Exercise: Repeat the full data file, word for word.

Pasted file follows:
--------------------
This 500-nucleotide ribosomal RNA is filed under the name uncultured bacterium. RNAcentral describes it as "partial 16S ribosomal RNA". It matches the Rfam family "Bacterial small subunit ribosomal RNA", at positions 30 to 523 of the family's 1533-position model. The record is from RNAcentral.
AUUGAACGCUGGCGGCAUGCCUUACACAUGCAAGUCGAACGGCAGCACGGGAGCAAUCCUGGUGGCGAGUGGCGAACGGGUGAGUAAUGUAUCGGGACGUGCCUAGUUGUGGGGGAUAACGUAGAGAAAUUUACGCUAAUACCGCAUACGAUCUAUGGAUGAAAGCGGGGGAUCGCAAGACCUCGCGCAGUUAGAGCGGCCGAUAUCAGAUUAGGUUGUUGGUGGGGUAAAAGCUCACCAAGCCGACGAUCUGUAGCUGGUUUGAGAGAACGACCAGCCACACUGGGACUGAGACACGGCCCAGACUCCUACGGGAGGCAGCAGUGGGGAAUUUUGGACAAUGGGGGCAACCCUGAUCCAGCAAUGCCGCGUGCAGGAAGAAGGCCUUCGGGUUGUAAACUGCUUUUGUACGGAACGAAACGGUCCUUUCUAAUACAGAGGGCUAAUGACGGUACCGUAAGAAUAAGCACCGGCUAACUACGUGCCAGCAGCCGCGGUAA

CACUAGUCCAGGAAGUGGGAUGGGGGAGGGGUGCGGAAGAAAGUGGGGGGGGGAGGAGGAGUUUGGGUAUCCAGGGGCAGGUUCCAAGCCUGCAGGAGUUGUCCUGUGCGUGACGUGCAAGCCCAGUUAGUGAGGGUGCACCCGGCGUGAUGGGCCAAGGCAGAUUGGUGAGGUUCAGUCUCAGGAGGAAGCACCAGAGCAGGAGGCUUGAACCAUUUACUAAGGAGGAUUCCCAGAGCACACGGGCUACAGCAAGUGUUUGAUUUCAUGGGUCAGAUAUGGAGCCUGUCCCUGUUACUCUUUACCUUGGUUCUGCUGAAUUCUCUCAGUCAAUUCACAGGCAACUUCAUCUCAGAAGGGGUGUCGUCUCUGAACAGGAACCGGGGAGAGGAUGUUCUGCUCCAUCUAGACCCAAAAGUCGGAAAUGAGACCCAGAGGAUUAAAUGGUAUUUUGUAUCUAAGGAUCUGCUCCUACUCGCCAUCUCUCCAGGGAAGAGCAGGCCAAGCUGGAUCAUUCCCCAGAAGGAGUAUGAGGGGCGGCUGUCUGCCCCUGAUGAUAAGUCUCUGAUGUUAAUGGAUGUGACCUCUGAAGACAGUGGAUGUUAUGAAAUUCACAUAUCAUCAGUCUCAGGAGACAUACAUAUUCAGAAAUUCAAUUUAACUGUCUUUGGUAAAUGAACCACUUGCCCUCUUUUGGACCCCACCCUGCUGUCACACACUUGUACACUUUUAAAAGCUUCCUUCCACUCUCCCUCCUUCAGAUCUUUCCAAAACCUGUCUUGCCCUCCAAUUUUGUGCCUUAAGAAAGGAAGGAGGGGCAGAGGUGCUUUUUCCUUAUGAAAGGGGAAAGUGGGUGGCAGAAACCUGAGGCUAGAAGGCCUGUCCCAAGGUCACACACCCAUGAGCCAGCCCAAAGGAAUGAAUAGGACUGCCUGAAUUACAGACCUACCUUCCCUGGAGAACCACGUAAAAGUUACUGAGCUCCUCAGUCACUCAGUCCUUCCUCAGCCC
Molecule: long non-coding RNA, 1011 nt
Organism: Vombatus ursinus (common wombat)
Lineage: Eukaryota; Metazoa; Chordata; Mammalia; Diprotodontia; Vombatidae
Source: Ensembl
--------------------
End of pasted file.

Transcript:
This 500-nucleotide ribosomal RNA is filed under the name uncultured bacterium. RNAcentral describes it as "partial 16S ribosomal RNA". It matches the Rfam family "Bacterial small subunit ribosomal RNA", at positions 30 to 523 of the family's 1533-position model. The record is from RNAcentral.
AUUGAACGCUGGCGGCAUGCCUUACACAUGCAAGUCGAACGGCAGCACGGGAGCAAUCCUGGUGGCGAGUGGCGAACGGGUGAGUAAUGUAUCGGGACGUGCCUAGUUGUGGGGGAUAACGUAGAGAAAUUUACGCUAAUACCGCAUACGAUCUAUGGAUGAAAGCGGGGGAUCGCAAGACCUCGCGCAGUUAGAGCGGCCGAUAUCAGAUUAGGUUGUUGGUGGGGUAAAAGCUCACCAAGCCGACGAUCUGUAGCUGGUUUGAGAGAACGACCAGCCACACUGGGACUGAGACACGGCCCAGACUCCUACGGGAGGCAGCAGUGGGGAAUUUUGGACAAUGGGGGCAACCCUGAUCCAGCAAUGCCGCGUGCAGGAAGAAGGCCUUCGGGUUGUAAACUGCUUUUGUACGGAACGAAACGGUCCUUUCUAAUACAGAGGGCUAAUGACGGUACCGUAAGAAUAAGCACCGGCUAACUACGUGCCAGCAGCCGCGGUAA

CACUAGUCCAGGAAGUGGGAUGGGGGAGGGGUGCGGAAGAAAGUGGGGGGGGGAGGAGGAGUUUGGGUAUCCAGGGGCAGGUUCCAAGCCUGCAGGAGUUGUCCUGUGCGUGACGUGCAAGCCCAGUUAGUGAGGGUGCACCCGGCGUGAUGGGCCAAGGCAGAUUGGUGAGGUUCAGUCUCAGGAGGAAGCACCAGAGCAGGAGGCUUGAACCAUUUACUAAGGAGGAUUCCCAGAGCACACGGGCUACAGCAAGUGUUUGAUUUCAUGGGUCAGAUAUGGAGCCUGUCCCUGUUACUCUUUACCUUGGUUCUGCUGAAUUCUCUCAGUCAAUUCACAGGCAACUUCAUCUCAGAAGGGGUGUCGUCUCUGAACAGGAACCGGGGAGAGGAUGUUCUGCUCCAUCUAGACCCAAAAGUCGGAAAUGAGACCCAGAGGAUUAAAUGGUAUUUUGUAUCUAAGGAUCUGCUCCUACUCGCCAUCUCUCCAGGGAAGAGCAGGCCAAGCUGGAUCAUUCCCCAGAAGGAGUAUGAGGGGCGGCUGUCUGCCCCUGAUGAUAAGUCUCUGAUGUUAAUGGAUGUGACCUCUGAAGACAGUGGAUGUUAUGAAAUUCACAUAUCAUCAGUCUCAGGAGACAUACAUAUUCAGAAAUUCAAUUUAACUGUCUUUGGUAAAUGAACCACUUGCCCUCUUUUGGACCCCACCCUGCUGUCACACACUUGUACACUUUUAAAAGCUUCCUUCCACUCUCCCUCCUUCAGAUCUUUCCAAAACCUGUCUUGCCCUCCAAUUUUGUGCCUUAAGAAAGGAAGGAGGGGCAGAGGUGCUUUUUCCUUAUGAAAGGGGAAAGUGGGUGGCAGAAACCUGAGGCUAGAAGGCCUGUCCCAAGGUCACACACCCAUGAGCCAGCCCAAAGGAAUGAAUAGGACUGCCUGAAUUACAGACCUACCUUCCCUGGAGAACCACGUAAAAGUUACUGAGCUCCUCAGUCACUCAGUCCUUCCUCAGCCC
Molecule: long non-coding RNA, 1011 nt
Organism: Vombatus ursinus (common wombat)
Lineage: Eukaryota; Metazoa; Chordata; Mammalia; Diprotodontia; Vombatidae
Source: Ensembl